To be clear right off the bat, this video isn’t new. The clip was taken, and the world record was set, back in 2015 in Price, Utah. But I came across it again the other day and am sharing it here because it answers a question I’m often asked: “How much do I have to spend to shoot at long range?” The answer is, not much.

In this video, Ernie Jimenez sets a Guiness world distance record for the longest shot and hit with an open-sighted rifle using a stock K31 Swiss, straight-pull, bolt-action rifle chambered for the 7.5×55 Swiss cartridge. He paid $99 for the rifle, which is equipped with a tangent-rear and protected-post front sight. Though it took several boxes of handloaded ammunition, he managed to obtain four hits on a 36-inch buffalo target at 2,240 yards (1.27 miles).

As surprising as the price of the rifle is that fact Jimenez has broken his neck twice. Because of this, the only way he can shoot a high-powered rifle is off a Lead Sled; if he shoots without one his right arm goes numb. Jimenez doesn’t use the sled as a rest—he places his support hand under the forend of the rifle when he shoots—but relies on it to dampen recoil.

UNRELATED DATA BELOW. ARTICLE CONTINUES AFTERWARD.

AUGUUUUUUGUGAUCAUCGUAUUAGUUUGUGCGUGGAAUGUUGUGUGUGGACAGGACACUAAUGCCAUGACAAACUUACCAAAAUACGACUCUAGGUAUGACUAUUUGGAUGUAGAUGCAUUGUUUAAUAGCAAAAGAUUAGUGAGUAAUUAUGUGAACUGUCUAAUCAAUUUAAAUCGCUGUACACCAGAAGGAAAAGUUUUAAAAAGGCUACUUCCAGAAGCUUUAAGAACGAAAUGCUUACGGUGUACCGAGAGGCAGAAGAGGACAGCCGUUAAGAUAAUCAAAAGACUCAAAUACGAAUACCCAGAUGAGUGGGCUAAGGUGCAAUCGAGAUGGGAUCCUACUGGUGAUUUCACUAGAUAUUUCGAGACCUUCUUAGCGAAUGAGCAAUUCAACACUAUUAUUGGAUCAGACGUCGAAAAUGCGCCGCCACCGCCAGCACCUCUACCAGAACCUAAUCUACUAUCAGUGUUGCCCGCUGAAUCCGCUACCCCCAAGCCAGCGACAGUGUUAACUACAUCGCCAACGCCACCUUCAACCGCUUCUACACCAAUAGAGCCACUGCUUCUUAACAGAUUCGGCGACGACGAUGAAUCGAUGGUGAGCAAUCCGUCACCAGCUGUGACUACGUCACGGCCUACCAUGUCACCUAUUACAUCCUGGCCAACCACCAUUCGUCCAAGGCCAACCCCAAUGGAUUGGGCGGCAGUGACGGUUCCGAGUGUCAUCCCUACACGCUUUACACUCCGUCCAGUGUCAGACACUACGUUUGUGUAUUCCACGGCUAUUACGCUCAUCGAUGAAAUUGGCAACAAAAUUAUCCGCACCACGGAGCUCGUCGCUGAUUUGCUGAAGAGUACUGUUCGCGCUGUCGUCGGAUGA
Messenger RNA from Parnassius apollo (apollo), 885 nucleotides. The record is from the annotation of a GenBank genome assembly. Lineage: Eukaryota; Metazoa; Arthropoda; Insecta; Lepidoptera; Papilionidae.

There are a couple important take-aways from Jimenez’s accomplishment. The first is that you don’t need a rifle costing several thousands of dollars, or a 6.5 Creedmoor, or even a riflescope to get hits on targets that are more than a mile away. You just need to be able to shoot, really well. Clearly, Jimenez has that covered. Another amazing fact is that when his bullets were striking that buffalo, they were traveling well below the speed of sound, likely at less than 700 fps. This means that bullet lost about 1 foot-per-second of velocity for every 3 feet it traveled in route to the target, which also means J had to account for a whole lot of drop. Maybe the most impressive thing about this feat is the man’s eyesight, to even aim at a target more than a mile away with the unaided eye. I would not Ernie Jimenez shooting at me at any distance with any kind of rifle, Lead Sled or not.